Iliad Essay | The Theme of Divine Intervention in Homer's Illiad

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The Theme of Divine Intervention in Homer's Illiad

Summary: Discusses Homer introducing the theme of divine intervention in the Illiad through different mediums. Reveals how Homer incorporated many of the ideals of ancient Greek society into the tale.
The Theme of Divine Intervention in the Iliad

In the annals of classical literature, especially in works of tragedy and poetry, the gods intervene at the end of the work to resolve the main conflict. In the Iliad, however, the gods take sides in the war, spread discord among mortals and immortals during the work, and actually start the war.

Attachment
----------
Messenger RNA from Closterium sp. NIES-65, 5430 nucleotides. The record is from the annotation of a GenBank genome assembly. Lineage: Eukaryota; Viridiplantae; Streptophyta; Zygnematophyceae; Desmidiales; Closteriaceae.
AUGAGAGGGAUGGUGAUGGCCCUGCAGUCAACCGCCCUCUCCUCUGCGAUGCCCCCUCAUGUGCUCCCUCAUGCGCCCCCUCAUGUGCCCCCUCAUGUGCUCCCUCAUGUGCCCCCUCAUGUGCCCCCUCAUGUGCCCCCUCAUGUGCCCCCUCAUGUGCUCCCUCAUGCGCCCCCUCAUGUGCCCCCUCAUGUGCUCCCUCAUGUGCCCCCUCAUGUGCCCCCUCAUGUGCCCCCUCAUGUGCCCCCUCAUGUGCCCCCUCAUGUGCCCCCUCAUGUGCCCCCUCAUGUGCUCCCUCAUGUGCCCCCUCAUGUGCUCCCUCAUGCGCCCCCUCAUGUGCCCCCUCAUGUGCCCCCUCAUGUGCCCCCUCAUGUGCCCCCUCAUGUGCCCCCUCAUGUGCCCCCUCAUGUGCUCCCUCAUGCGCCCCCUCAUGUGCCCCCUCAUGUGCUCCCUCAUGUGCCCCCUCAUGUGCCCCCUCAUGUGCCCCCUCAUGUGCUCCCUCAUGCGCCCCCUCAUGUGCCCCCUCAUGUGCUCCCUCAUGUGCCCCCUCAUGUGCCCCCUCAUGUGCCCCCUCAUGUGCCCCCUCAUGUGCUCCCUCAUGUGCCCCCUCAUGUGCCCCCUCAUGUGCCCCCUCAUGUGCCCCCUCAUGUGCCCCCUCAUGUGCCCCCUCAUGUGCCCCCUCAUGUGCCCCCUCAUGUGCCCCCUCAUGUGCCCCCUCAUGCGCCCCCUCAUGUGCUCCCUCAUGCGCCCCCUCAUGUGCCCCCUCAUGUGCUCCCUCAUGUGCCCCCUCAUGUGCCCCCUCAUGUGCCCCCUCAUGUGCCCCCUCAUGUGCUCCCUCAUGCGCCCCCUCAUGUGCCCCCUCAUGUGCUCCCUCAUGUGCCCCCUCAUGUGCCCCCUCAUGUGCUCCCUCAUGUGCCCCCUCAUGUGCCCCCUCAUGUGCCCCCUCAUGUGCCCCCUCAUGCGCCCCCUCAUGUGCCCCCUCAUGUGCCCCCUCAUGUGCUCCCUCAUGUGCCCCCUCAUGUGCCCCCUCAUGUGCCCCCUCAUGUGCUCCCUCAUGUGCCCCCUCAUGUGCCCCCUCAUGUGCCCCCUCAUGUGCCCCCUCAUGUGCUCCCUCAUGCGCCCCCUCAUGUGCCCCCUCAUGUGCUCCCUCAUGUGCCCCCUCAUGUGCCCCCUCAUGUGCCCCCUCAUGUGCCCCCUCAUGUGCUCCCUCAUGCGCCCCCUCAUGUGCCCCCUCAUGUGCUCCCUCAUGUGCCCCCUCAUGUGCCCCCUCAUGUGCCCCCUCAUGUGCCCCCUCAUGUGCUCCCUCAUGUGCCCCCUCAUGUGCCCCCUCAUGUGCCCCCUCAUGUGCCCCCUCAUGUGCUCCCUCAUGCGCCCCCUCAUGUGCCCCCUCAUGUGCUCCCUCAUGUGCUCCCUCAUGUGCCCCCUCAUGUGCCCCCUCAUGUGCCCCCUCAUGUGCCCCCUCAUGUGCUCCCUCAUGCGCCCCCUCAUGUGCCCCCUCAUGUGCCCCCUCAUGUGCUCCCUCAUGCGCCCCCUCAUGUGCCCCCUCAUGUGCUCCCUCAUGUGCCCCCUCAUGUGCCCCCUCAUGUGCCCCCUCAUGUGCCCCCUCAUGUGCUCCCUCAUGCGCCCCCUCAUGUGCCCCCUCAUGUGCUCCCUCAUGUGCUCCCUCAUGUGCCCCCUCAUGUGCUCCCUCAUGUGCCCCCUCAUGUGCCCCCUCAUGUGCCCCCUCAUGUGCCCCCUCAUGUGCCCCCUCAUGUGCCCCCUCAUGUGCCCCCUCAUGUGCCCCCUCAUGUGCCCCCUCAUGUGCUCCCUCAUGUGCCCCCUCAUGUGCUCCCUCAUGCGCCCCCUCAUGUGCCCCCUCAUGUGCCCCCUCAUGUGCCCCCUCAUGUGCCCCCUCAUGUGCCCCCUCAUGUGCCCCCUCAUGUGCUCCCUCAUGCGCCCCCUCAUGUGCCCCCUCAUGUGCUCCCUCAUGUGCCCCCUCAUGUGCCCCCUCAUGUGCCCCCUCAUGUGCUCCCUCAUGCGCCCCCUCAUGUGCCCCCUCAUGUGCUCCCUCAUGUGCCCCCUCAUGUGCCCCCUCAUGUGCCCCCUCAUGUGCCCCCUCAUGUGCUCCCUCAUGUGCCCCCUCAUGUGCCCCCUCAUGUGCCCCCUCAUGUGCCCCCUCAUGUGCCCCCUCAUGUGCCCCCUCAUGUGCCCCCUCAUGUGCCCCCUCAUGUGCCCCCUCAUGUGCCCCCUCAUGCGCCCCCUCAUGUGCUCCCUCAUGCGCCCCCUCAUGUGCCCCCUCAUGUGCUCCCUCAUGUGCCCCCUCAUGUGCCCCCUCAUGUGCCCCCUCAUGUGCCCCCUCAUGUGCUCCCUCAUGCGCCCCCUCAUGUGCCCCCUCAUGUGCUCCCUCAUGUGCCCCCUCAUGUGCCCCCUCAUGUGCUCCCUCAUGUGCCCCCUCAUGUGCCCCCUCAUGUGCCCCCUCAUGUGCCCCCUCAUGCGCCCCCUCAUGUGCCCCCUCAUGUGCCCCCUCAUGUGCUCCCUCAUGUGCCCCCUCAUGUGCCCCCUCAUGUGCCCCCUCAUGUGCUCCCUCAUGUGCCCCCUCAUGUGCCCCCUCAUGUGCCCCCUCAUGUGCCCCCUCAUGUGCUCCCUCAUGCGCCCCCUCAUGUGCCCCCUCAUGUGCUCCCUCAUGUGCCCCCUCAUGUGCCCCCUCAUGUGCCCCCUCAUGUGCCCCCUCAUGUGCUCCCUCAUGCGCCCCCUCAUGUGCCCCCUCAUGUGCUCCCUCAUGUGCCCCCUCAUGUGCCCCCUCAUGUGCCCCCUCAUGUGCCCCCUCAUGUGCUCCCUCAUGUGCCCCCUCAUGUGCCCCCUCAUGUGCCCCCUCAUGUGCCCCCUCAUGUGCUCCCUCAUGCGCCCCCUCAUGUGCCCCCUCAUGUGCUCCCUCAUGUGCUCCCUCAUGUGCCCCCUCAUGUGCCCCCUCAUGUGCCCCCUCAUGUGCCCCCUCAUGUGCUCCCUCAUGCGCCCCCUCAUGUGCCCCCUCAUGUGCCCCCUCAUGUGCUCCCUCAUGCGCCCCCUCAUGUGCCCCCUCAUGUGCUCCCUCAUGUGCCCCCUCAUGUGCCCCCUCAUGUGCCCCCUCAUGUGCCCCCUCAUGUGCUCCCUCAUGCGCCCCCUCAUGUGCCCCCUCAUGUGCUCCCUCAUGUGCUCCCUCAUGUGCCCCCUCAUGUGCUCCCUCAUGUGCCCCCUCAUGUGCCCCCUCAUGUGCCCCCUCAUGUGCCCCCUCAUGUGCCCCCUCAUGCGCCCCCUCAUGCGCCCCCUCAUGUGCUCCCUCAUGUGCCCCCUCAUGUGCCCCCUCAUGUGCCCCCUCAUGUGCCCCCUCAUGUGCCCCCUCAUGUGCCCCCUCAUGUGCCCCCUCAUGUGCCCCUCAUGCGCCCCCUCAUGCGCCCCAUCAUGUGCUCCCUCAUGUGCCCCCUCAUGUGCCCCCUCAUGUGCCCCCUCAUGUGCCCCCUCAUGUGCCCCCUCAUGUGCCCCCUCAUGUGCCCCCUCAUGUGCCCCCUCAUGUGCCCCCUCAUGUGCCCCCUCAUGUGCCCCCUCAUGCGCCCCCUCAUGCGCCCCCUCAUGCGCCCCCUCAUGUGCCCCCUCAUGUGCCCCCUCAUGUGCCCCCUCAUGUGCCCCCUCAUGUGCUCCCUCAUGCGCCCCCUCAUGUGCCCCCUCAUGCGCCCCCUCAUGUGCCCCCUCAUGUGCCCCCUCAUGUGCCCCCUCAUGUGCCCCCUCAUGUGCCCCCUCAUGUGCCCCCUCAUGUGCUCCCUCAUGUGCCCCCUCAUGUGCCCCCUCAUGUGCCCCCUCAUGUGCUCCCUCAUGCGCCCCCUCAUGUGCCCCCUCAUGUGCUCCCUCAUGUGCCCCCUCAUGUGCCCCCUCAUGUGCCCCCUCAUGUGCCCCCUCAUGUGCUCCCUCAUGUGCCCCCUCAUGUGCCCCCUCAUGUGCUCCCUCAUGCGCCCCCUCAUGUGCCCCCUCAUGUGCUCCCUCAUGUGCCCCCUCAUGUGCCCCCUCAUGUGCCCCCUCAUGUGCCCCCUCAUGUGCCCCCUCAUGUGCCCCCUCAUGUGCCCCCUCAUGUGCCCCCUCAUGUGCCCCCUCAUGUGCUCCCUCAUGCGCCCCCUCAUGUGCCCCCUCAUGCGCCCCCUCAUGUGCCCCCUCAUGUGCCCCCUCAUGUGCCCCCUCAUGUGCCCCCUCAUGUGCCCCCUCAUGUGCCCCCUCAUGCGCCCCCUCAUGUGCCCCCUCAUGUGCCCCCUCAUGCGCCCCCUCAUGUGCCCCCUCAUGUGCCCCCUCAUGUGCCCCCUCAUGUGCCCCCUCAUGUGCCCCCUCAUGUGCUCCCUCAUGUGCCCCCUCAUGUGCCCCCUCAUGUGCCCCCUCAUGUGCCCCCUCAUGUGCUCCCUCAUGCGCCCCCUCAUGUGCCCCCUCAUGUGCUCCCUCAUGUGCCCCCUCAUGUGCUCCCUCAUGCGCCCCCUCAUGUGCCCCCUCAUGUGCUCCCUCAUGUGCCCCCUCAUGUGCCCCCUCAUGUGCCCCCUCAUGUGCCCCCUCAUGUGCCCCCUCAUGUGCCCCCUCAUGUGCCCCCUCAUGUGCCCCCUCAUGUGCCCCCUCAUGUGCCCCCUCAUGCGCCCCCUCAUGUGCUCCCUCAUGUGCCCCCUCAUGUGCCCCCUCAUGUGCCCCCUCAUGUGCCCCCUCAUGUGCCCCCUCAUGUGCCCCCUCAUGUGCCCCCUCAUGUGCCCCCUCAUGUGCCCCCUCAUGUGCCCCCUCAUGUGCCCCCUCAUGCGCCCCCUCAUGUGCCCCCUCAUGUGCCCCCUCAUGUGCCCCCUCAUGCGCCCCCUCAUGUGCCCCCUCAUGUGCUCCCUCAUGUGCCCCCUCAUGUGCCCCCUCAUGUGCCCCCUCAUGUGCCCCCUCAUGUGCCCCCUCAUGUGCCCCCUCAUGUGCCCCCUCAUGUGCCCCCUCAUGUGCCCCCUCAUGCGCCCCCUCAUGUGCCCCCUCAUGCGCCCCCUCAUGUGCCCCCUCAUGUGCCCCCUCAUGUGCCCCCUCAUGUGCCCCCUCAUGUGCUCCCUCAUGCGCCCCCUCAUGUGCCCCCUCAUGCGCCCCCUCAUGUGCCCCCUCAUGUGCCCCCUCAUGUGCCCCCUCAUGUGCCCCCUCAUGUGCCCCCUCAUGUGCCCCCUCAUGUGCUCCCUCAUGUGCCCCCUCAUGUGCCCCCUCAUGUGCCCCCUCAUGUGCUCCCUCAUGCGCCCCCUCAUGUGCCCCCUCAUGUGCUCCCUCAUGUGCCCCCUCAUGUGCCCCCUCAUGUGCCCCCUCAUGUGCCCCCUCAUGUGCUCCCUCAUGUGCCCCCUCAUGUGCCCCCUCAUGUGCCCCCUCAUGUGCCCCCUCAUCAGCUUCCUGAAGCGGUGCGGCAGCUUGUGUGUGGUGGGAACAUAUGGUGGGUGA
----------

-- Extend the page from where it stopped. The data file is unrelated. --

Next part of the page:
Before the start of the war, there were correlations between the major characters even before the story began. The parents of Achilles, the major character in the epic, Peleus and Thetis, were married, and the gods held a wedding feast in their honor (Balme and Morwood 47). The goddess Eris was not invited, and as a result, she stormed into the banquet and flung down a golden apple. The gods were asked to judge to find the most beautiful goddess. Zeus decided that the task should be delegated to a mortal...

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This section contains 1,195 words
(approx. 4 pages at 300 words per page)
Buy the Student Essay on The Theme of Divine Intervention in Homer's Illiad
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